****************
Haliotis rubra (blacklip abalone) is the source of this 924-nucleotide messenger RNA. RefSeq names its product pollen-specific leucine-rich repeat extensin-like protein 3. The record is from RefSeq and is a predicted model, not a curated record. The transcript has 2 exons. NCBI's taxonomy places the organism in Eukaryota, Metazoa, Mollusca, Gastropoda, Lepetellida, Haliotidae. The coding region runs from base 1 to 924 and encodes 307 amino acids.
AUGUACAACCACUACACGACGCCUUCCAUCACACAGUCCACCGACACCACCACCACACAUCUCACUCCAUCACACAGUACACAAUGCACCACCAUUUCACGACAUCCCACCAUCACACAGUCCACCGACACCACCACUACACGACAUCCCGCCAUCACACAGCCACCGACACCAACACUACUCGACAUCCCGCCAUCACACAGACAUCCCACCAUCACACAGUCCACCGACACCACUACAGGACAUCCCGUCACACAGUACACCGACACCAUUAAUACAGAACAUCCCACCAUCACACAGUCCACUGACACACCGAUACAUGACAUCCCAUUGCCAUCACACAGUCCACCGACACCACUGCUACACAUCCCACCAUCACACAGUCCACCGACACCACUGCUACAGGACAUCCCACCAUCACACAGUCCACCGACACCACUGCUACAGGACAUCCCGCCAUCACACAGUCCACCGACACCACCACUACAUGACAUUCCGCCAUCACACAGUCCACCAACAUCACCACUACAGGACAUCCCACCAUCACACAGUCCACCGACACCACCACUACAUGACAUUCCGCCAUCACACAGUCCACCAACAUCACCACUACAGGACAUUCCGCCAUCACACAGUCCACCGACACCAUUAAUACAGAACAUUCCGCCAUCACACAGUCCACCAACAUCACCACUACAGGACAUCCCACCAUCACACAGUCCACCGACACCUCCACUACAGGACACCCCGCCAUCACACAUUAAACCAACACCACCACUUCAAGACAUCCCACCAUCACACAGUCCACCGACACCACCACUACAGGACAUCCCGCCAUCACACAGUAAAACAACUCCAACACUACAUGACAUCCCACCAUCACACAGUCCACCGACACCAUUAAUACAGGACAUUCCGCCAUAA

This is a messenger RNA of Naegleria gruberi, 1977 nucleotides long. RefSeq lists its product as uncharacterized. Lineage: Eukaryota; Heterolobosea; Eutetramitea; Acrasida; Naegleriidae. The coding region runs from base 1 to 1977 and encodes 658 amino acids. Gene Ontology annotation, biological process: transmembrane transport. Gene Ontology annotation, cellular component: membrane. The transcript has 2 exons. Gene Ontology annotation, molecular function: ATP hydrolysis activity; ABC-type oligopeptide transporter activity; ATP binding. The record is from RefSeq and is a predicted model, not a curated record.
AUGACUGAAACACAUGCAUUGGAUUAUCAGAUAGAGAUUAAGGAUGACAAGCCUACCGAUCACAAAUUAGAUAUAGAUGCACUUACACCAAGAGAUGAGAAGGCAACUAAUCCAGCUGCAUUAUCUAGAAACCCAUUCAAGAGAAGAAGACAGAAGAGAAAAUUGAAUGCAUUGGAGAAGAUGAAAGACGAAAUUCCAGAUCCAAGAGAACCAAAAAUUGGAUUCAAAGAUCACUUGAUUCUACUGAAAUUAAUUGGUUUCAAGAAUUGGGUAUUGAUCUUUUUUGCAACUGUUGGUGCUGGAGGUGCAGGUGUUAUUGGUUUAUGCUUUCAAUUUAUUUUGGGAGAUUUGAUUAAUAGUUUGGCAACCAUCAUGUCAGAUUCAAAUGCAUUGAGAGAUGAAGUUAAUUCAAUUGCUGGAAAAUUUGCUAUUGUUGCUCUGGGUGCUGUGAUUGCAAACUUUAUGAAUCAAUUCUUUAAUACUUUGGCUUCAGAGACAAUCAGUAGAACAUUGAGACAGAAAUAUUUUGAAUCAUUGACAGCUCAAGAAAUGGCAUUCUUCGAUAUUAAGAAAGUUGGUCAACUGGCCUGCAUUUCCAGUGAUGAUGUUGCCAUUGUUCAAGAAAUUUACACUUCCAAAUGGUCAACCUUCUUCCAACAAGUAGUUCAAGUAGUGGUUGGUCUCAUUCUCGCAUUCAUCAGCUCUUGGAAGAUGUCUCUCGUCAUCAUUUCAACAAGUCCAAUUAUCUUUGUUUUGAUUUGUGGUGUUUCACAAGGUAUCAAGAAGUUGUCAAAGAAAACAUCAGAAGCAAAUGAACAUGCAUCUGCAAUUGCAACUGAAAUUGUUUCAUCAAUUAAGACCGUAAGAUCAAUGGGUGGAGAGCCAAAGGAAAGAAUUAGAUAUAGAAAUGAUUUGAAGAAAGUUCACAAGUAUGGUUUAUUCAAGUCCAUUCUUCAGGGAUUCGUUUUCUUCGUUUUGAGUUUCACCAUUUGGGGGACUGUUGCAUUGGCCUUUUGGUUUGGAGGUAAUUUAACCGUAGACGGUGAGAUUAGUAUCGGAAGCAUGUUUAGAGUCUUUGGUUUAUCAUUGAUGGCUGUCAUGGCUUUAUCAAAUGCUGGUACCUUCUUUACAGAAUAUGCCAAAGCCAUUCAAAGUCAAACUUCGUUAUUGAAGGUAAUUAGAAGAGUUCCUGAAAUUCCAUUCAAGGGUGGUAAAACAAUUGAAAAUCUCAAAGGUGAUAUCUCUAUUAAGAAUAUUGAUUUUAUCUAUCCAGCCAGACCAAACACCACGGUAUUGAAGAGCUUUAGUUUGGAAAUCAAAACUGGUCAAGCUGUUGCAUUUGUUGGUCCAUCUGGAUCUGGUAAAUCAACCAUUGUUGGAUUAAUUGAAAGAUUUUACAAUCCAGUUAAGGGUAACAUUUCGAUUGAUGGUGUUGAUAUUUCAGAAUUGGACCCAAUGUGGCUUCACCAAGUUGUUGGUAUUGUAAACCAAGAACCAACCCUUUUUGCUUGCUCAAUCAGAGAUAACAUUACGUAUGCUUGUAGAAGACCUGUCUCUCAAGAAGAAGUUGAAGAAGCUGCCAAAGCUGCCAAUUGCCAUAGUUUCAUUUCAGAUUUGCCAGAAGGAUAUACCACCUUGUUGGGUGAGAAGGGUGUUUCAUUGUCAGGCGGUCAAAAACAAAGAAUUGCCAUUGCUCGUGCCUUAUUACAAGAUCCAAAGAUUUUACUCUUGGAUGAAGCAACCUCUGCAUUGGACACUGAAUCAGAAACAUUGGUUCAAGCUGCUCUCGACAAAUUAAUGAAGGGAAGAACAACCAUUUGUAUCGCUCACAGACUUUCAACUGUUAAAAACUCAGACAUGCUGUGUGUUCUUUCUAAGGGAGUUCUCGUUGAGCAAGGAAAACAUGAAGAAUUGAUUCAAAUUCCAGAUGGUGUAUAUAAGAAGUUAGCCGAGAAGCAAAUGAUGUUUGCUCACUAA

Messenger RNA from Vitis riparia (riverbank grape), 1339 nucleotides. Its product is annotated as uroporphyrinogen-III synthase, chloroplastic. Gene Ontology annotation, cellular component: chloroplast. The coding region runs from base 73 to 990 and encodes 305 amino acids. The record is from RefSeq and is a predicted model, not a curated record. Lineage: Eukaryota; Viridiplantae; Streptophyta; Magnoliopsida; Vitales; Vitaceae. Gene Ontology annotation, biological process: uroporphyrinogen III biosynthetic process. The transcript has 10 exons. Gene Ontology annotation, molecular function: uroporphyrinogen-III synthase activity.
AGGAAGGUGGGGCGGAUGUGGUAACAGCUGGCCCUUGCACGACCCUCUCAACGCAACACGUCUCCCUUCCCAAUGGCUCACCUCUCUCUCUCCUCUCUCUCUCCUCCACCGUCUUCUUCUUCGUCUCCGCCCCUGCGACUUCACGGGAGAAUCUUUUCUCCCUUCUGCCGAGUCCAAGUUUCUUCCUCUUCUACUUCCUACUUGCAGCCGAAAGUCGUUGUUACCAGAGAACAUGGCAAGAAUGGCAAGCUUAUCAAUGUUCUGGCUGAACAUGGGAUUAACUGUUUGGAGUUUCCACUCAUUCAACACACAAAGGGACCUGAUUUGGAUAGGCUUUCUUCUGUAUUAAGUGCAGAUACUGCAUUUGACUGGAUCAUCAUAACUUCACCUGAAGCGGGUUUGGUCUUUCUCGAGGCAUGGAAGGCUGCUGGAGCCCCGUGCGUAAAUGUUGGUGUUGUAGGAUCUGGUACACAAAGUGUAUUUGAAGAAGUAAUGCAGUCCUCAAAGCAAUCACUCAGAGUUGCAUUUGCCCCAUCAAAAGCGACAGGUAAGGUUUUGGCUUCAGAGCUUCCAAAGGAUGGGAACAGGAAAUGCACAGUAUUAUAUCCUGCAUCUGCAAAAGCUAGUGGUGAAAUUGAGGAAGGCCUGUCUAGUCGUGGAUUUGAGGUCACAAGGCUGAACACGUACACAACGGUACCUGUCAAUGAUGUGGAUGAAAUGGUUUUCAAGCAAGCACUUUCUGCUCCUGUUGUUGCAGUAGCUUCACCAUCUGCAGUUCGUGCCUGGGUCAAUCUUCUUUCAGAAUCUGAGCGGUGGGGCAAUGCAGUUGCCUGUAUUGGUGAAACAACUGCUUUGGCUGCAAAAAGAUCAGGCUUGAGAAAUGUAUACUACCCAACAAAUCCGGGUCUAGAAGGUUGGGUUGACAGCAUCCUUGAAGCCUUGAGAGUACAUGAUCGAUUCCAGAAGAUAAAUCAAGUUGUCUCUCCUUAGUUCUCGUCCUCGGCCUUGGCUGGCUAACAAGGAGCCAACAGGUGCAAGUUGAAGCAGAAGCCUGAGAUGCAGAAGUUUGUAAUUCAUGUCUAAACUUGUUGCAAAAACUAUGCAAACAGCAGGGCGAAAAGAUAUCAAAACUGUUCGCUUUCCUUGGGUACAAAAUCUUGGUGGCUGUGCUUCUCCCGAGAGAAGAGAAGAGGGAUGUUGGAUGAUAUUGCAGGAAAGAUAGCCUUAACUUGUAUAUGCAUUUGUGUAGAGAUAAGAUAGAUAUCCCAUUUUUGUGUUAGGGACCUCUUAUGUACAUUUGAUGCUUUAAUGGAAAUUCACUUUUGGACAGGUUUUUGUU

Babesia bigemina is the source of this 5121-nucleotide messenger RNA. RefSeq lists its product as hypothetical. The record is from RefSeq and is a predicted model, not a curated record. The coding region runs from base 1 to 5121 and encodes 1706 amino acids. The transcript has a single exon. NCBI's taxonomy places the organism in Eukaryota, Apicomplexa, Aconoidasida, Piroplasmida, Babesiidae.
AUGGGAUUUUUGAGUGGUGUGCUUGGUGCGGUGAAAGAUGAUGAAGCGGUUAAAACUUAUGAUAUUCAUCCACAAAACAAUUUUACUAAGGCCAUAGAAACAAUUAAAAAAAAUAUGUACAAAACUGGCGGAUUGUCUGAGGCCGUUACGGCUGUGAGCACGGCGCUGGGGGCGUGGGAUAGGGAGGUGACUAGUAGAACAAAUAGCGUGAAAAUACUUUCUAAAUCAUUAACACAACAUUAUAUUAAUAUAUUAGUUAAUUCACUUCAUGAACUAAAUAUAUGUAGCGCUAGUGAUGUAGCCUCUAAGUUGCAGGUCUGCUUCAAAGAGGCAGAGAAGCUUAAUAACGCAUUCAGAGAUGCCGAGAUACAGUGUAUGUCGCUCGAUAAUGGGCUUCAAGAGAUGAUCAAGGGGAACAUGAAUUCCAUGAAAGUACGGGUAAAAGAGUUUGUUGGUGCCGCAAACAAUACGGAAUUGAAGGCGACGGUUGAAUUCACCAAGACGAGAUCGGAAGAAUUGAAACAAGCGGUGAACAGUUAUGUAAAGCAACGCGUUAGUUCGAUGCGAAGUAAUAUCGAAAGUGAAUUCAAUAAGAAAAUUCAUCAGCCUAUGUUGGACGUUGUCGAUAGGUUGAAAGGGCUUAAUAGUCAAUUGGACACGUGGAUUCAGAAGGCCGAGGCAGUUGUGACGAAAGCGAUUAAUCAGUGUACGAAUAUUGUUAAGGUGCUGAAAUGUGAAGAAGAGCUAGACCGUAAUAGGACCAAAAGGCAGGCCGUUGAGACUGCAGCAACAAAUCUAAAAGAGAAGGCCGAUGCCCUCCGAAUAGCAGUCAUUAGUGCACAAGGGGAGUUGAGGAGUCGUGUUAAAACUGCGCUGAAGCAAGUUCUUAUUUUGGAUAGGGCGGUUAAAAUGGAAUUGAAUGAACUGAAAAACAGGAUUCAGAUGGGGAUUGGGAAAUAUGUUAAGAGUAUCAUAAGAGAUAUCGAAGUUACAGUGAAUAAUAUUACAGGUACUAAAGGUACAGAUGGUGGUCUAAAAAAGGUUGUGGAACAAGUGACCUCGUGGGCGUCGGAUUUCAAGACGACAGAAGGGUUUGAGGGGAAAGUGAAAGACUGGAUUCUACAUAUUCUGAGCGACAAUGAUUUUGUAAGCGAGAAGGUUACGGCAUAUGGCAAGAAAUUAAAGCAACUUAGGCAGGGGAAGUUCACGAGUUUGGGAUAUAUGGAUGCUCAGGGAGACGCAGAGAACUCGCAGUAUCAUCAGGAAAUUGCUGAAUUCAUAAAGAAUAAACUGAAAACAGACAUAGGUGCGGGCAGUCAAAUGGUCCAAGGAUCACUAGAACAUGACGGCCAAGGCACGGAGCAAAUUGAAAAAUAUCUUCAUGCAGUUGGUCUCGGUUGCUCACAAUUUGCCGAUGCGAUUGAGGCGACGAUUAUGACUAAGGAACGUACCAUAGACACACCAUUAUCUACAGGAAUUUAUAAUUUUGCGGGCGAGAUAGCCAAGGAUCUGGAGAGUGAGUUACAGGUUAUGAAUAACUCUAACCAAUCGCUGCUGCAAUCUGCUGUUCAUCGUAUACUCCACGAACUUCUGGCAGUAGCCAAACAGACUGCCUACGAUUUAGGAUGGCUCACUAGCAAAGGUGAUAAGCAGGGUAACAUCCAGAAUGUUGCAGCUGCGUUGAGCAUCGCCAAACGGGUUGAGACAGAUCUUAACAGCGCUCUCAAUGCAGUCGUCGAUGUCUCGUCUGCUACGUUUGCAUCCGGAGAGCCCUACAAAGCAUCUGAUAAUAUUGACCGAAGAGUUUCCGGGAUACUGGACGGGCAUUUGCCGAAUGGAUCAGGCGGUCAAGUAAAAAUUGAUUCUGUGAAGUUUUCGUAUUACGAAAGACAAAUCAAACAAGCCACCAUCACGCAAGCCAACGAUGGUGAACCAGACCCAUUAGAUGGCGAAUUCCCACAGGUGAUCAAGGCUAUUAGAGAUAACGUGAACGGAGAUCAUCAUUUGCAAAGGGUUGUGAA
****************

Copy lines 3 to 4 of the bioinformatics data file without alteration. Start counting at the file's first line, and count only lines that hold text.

This is a messenger RNA of Naegleria gruberi, 1977 nucleotides long. RefSeq lists its product as uncharacterized. Lineage: Eukaryota; Heterolobosea; Eutetramitea; Acrasida; Naegleriidae. The coding region runs from base 1 to 1977 and encodes 658 amino acids. Gene Ontology annotation, biological process: transmembrane transport. Gene Ontology annotation, cellular component: membrane. The transcript has 2 exons. Gene Ontology annotation, molecular function: ATP hydrolysis activity; ABC-type oligopeptide transporter activity; ATP binding. The record is from RefSeq and is a predicted model, not a curated record.
AUGACUGAAACACAUGCAUUGGAUUAUCAGAUAGAGAUUAAGGAUGACAAGCCUACCGAUCACAAAUUAGAUAUAGAUGCACUUACACCAAGAGAUGAGAAGGCAACUAAUCCAGCUGCAUUAUCUAGAAACCCAUUCAAGAGAAGAAGACAGAAGAGAAAAUUGAAUGCAUUGGAGAAGAUGAAAGACGAAAUUCCAGAUCCAAGAGAACCAAAAAUUGGAUUCAAAGAUCACUUGAUUCUACUGAAAUUAAUUGGUUUCAAGAAUUGGGUAUUGAUCUUUUUUGCAACUGUUGGUGCUGGAGGUGCAGGUGUUAUUGGUUUAUGCUUUCAAUUUAUUUUGGGAGAUUUGAUUAAUAGUUUGGCAACCAUCAUGUCAGAUUCAAAUGCAUUGAGAGAUGAAGUUAAUUCAAUUGCUGGAAAAUUUGCUAUUGUUGCUCUGGGUGCUGUGAUUGCAAACUUUAUGAAUCAAUUCUUUAAUACUUUGGCUUCAGAGACAAUCAGUAGAACAUUGAGACAGAAAUAUUUUGAAUCAUUGACAGCUCAAGAAAUGGCAUUCUUCGAUAUUAAGAAAGUUGGUCAACUGGCCUGCAUUUCCAGUGAUGAUGUUGCCAUUGUUCAAGAAAUUUACACUUCCAAAUGGUCAACCUUCUUCCAACAAGUAGUUCAAGUAGUGGUUGGUCUCAUUCUCGCAUUCAUCAGCUCUUGGAAGAUGUCUCUCGUCAUCAUUUCAACAAGUCCAAUUAUCUUUGUUUUGAUUUGUGGUGUUUCACAAGGUAUCAAGAAGUUGUCAAAGAAAACAUCAGAAGCAAAUGAACAUGCAUCUGCAAUUGCAACUGAAAUUGUUUCAUCAAUUAAGACCGUAAGAUCAAUGGGUGGAGAGCCAAAGGAAAGAAUUAGAUAUAGAAAUGAUUUGAAGAAAGUUCACAAGUAUGGUUUAUUCAAGUCCAUUCUUCAGGGAUUCGUUUUCUUCGUUUUGAGUUUCACCAUUUGGGGGACUGUUGCAUUGGCCUUUUGGUUUGGAGGUAAUUUAACCGUAGACGGUGAGAUUAGUAUCGGAAGCAUGUUUAGAGUCUUUGGUUUAUCAUUGAUGGCUGUCAUGGCUUUAUCAAAUGCUGGUACCUUCUUUACAGAAUAUGCCAAAGCCAUUCAAAGUCAAACUUCGUUAUUGAAGGUAAUUAGAAGAGUUCCUGAAAUUCCAUUCAAGGGUGGUAAAACAAUUGAAAAUCUCAAAGGUGAUAUCUCUAUUAAGAAUAUUGAUUUUAUCUAUCCAGCCAGACCAAACACCACGGUAUUGAAGAGCUUUAGUUUGGAAAUCAAAACUGGUCAAGCUGUUGCAUUUGUUGGUCCAUCUGGAUCUGGUAAAUCAACCAUUGUUGGAUUAAUUGAAAGAUUUUACAAUCCAGUUAAGGGUAACAUUUCGAUUGAUGGUGUUGAUAUUUCAGAAUUGGACCCAAUGUGGCUUCACCAAGUUGUUGGUAUUGUAAACCAAGAACCAACCCUUUUUGCUUGCUCAAUCAGAGAUAACAUUACGUAUGCUUGUAGAAGACCUGUCUCUCAAGAAGAAGUUGAAGAAGCUGCCAAAGCUGCCAAUUGCCAUAGUUUCAUUUCAGAUUUGCCAGAAGGAUAUACCACCUUGUUGGGUGAGAAGGGUGUUUCAUUGUCAGGCGGUCAAAAACAAAGAAUUGCCAUUGCUCGUGCCUUAUUACAAGAUCCAAAGAUUUUACUCUUGGAUGAAGCAACCUCUGCAUUGGACACUGAAUCAGAAACAUUGGUUCAAGCUGCUCUCGACAAAUUAAUGAAGGGAAGAACAACCAUUUGUAUCGCUCACAGACUUUCAACUGUUAAAAACUCAGACAUGCUGUGUGUUCUUUCUAAGGGAGUUCUCGUUGAGCAAGGAAAACAUGAAGAAUUGAUUCAAAUUCCAGAUGGUGUAUAUAAGAAGUUAGCCGAGAAGCAAAUGAUGUUUGCUCACUAA